simply connected curve


by saravanan13
Tags: connected, curve, simply
saravanan13
saravanan13 is offline
#1
Apr22-11, 01:01 AM
P: 56
Dear Friends

In the complex functions, I completely understand the simply connected region but not the multiply connected region?
An apple is a simply connected region but No. 8 is multiply connected. How?
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lavinia
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#2
Apr22-11, 03:38 AM
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Quote Quote by saravanan13 View Post
Dear Friends

In the complex functions, I completely understand the simply connected region but not the multiply connected region?
An apple is a simply connected region but No. 8 is multiply connected. How?
Simply connected means that every closed curve can be shrunk to a point. On the figure eight there are infinitely many curves that can not be shrunk to a point. Also on a circle.

A disk minus a point is not simply connected. For instance look at a branch of the logarithm in the unit disk minus the origin.
saravanan13
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#3
Apr22-11, 07:08 AM
P: 56
Quote Quote by lavinia View Post
Simply connected means that every closed curve can be shrunk to a point. On the figure eight there are infinitely many curves that can not be shrunk to a point. Also on a circle.

A disk minus a point is not simply connected. For instance look at a branch of the logarithm in the unit disk minus the origin.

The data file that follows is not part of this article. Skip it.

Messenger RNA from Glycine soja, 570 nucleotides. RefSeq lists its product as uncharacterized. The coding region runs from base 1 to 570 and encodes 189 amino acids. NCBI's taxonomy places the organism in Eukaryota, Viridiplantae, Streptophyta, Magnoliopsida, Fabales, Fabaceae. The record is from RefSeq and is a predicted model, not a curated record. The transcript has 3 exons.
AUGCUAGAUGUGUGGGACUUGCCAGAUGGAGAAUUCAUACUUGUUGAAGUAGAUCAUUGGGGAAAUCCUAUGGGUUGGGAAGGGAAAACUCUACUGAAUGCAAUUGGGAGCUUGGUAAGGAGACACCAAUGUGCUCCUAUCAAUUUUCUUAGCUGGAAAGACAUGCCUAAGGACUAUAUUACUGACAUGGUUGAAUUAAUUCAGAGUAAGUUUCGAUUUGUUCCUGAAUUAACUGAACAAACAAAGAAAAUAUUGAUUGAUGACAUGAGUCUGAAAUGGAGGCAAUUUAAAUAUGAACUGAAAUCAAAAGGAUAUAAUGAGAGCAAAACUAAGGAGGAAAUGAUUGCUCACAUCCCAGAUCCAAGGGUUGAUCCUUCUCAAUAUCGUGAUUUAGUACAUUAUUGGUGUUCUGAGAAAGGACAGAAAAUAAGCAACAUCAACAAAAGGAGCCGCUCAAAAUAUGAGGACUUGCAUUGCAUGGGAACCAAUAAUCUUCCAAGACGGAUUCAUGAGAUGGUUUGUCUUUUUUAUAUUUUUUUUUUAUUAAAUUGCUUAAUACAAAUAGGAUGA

Thank
I could not follow your Second statement. Especially " branch of logarithm". Why cant a circle be simply connected?

lavinia
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#4
Apr22-11, 08:34 AM
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simply connected curve


Quote Quote by saravanan13 View Post
Thank
I could not follow your Second statement. Especially " branch of logarithm". Why cant a circle be simply connected?
The angle function on a circle is defined only locally but its exterior derivative is globally defined. Therefore it is a closed 1 form that is not the exterior derivative of a function.

The integral of the derivative of the complex logarithm around a circle centered at the origin is the same as the integral of the angle function.

Another way to look at this is - suppose the curve that loops around the circle once were null homotopic. Then there would be a map from a disk to the circle that was equal to this curve on the boundary of the disk. Stokes Theorem then tells you that the integral of the exterior derivative of the angle function over this loop must be zero. But the intergral is not zero. It is 2pi.

I suggest that you look at the covering space argument that also proves that the circle is not simply connected. This avoids homology and uses purely topological arguments.

Intuitively, a null homotopic loop on the circle would have to retrace its path and return to its end point in the opposite direction that it came in. The loop that goes around once does not do this.


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